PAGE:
Citigroup accepts $1.13 Billion Agreement over Mortgage Securities

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In the attempt to control the liabilities related to the financial crash, Citigroup Inc. © accepted to settle claims from mortgage-bond investor: the bank agreed to pay $1.13 billion. According to a Citibank report, the 68 securitization corporations under the settlement, issued a combined $59.4 billion in mortgage-backed bonds, over the 2005-2008 period (i.e. up to the financial crisis). 18 investors are part of the agreement, and they are represented by Gibbs & Bruns LLP and trustees. They can accept the offered deal by June 30. The pact also needs to pass the approval of the Federal Housing Finance Agency.

The settlement represents one of the actions undertaken by Citigroup (the third biggest bank in the United States) to resolve part of the liabilities related to the loans the bank bundled and sold to investors in the years up to the 2008 market crash. JPMorgan Chase and Co. (JPM) and Bank of America Corp. (BAC) previously reached a multi-billion dollar agreement with the investors represented by Gibbs & Bruns. With this settlement, Citigroup is trying to put behind some of the residues of the financial crisis,that has somehow tarnished their reputation.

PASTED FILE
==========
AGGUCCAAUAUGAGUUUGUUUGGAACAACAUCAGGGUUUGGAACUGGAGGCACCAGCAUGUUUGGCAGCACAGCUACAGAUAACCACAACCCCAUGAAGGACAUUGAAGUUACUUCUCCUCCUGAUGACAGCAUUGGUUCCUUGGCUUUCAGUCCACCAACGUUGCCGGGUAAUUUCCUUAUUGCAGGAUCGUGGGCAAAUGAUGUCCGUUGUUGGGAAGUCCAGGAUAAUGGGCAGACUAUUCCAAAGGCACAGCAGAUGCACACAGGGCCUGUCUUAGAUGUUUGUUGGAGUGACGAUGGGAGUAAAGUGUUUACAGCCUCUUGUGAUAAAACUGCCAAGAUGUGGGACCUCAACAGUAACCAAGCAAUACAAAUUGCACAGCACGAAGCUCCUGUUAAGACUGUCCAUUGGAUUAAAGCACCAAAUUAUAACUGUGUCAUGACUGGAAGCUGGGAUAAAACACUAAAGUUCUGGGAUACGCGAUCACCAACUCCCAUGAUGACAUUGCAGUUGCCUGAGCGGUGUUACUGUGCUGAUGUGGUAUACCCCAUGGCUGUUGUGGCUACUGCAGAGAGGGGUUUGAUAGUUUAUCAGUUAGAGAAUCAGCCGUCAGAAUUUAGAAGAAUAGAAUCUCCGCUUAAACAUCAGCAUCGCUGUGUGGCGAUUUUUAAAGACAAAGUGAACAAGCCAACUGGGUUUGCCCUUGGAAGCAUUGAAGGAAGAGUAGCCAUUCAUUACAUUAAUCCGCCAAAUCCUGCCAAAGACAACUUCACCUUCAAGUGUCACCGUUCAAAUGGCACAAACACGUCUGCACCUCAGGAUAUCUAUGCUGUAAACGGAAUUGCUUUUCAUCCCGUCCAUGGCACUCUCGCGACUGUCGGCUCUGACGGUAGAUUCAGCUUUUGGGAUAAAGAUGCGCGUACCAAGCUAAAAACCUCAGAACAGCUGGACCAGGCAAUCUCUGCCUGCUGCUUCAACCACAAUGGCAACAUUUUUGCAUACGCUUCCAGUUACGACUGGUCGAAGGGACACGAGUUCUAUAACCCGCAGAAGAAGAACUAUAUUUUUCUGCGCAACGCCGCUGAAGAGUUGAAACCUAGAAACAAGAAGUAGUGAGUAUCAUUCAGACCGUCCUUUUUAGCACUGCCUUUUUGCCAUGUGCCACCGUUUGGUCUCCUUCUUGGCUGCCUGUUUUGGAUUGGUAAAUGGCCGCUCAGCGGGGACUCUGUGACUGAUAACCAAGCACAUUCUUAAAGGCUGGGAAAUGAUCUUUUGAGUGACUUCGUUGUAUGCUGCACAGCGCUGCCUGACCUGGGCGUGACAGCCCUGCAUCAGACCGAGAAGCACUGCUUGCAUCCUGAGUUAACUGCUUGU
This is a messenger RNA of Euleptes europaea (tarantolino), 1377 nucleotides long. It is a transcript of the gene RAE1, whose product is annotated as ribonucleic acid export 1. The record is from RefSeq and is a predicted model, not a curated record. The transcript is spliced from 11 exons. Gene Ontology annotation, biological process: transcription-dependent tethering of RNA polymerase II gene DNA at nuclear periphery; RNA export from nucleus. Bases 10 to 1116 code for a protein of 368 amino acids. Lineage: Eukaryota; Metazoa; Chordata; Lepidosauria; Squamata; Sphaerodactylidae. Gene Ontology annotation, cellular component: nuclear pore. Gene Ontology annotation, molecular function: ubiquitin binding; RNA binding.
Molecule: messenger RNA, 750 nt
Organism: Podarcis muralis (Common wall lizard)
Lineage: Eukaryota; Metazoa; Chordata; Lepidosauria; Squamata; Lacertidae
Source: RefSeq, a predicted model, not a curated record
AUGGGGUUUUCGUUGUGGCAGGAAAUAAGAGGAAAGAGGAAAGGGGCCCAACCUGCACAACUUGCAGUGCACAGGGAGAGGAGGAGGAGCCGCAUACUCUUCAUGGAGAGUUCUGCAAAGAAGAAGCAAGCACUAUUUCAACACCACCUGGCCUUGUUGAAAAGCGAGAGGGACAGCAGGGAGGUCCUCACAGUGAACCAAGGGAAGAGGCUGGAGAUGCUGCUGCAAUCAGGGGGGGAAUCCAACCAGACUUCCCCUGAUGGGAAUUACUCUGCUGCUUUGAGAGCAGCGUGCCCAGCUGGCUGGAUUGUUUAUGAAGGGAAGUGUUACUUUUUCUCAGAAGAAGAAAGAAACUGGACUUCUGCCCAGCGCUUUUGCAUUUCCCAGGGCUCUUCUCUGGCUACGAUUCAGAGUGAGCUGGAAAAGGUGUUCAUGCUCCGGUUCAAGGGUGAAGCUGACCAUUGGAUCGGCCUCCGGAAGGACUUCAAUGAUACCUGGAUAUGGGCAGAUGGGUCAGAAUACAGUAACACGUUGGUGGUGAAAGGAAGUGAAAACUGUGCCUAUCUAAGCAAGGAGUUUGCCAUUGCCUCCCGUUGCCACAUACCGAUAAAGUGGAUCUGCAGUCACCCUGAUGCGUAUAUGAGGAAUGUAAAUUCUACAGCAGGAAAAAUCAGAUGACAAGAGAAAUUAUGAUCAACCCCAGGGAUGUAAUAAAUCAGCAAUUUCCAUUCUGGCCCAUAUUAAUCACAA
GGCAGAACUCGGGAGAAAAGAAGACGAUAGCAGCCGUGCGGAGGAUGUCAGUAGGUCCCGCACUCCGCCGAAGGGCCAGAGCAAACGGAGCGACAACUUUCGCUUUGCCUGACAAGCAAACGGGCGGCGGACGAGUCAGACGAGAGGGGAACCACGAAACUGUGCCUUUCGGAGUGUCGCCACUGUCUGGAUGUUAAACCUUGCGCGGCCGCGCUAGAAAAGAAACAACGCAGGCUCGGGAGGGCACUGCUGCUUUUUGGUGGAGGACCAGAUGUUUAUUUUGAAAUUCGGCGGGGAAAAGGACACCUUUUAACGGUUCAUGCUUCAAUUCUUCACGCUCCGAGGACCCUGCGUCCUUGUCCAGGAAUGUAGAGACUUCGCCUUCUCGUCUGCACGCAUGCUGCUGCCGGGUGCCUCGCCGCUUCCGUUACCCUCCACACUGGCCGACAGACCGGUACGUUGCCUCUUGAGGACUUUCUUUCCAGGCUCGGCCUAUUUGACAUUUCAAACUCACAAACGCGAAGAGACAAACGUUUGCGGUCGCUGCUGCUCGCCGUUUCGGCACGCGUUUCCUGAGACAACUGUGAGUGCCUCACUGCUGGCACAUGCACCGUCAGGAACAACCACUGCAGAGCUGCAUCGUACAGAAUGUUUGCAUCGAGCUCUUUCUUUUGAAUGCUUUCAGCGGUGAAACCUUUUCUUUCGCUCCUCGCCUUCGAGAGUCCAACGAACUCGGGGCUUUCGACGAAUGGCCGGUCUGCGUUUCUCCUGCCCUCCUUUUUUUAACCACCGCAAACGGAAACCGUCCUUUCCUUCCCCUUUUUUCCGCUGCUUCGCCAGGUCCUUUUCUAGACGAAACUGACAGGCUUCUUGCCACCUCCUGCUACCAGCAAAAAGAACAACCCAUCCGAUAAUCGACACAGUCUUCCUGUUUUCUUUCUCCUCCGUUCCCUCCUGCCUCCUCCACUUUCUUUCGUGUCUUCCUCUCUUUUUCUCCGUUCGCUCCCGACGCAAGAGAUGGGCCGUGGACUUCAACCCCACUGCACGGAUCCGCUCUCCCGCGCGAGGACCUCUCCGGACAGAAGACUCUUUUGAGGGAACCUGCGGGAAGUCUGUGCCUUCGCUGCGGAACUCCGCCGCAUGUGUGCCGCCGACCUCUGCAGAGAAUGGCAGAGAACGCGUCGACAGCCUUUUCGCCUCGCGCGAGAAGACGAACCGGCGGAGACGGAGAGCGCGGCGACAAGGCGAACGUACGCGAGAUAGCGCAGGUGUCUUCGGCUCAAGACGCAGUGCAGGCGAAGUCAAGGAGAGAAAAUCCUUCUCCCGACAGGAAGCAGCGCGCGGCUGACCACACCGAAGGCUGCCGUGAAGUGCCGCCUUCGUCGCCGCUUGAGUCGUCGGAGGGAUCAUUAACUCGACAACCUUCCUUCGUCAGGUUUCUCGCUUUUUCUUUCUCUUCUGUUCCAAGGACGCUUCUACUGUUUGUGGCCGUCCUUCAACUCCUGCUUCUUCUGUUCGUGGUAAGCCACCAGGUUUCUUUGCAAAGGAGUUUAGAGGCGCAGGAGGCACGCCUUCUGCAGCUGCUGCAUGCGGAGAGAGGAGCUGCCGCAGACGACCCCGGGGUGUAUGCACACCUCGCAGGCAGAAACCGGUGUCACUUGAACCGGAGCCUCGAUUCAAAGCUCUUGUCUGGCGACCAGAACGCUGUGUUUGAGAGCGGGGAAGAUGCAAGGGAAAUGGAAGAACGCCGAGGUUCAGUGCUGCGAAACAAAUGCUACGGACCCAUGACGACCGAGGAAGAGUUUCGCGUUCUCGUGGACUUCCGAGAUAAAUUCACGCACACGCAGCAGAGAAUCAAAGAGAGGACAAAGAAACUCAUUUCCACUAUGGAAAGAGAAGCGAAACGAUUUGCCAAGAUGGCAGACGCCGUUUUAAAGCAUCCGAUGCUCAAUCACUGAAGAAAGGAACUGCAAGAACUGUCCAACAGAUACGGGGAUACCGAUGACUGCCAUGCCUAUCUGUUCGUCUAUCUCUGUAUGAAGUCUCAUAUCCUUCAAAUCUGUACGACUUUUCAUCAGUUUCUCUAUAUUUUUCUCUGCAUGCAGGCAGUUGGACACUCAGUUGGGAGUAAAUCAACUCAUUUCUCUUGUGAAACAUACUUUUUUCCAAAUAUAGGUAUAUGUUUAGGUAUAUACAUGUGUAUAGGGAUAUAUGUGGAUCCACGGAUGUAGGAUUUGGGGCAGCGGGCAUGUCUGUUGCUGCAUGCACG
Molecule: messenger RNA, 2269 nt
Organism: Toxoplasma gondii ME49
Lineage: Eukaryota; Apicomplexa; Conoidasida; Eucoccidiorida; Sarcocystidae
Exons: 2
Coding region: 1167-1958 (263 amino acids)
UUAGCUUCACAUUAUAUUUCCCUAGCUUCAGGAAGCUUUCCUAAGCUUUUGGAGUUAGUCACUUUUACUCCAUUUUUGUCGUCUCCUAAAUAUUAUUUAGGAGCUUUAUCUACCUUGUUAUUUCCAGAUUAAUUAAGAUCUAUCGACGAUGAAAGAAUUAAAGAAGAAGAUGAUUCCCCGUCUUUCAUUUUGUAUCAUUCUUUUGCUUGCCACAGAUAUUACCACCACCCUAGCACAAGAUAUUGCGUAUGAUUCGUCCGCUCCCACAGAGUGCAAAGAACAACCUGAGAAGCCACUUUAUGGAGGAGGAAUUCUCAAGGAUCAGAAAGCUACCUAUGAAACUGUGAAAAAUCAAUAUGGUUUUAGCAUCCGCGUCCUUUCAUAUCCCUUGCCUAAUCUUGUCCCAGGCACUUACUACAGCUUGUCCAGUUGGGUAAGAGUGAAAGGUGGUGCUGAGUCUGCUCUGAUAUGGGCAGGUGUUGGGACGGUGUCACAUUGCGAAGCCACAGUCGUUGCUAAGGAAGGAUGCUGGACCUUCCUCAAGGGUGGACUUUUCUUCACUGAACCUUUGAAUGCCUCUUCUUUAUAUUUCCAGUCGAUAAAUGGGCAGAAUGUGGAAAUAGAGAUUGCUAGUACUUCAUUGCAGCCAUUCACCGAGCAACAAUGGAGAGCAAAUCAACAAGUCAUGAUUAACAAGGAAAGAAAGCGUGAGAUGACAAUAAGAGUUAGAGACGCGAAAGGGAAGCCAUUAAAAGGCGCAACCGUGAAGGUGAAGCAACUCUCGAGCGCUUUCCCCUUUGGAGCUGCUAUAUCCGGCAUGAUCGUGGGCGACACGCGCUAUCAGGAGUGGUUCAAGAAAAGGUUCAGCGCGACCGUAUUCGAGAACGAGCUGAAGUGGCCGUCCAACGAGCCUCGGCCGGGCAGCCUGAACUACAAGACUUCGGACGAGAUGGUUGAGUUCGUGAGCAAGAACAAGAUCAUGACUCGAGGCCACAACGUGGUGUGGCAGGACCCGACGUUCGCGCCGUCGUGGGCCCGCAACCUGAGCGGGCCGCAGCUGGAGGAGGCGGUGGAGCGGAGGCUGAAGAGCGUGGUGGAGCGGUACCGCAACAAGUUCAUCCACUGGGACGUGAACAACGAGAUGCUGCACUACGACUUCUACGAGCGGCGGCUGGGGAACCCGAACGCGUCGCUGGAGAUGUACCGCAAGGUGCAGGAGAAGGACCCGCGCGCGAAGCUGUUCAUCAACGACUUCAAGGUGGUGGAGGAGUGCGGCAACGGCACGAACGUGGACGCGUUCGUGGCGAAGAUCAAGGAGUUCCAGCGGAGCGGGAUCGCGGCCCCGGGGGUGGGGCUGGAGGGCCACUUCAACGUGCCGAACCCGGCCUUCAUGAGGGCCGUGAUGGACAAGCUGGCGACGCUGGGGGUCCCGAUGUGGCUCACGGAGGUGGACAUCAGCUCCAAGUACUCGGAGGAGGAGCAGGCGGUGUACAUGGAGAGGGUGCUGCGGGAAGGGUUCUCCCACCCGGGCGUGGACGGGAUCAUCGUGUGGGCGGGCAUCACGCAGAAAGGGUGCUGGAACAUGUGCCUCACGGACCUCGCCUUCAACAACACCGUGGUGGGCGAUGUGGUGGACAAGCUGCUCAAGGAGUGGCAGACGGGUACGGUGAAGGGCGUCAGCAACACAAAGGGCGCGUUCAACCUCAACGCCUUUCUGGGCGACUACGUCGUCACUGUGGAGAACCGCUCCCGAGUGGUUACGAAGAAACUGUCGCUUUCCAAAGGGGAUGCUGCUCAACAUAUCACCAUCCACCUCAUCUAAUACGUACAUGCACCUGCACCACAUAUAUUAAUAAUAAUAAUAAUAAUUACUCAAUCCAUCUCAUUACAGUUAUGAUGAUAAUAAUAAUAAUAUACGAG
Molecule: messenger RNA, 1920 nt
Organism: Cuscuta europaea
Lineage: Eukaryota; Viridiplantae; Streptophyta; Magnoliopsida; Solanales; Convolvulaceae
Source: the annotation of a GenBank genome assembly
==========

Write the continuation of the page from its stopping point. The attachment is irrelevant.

Who are the investors?

Some of the most prominent names in the list of 18 investors are BlackRock Inc., Pacific Investment Management Co., and Goldman Sachs Group Inc. According to the bank’s statement, the settlement would release Citigroup from buying back mortgages they had sold to the corporations. However, investors are free to claim misrepresentations on offering documents or other possible administrative issues.

On April 14, the bank was due to present the first-quarter earnings report. Citigroup dropped 1.2% to $46.55 in the NY market, diminishing its former 1.9% advance for the KBW Bank Index.

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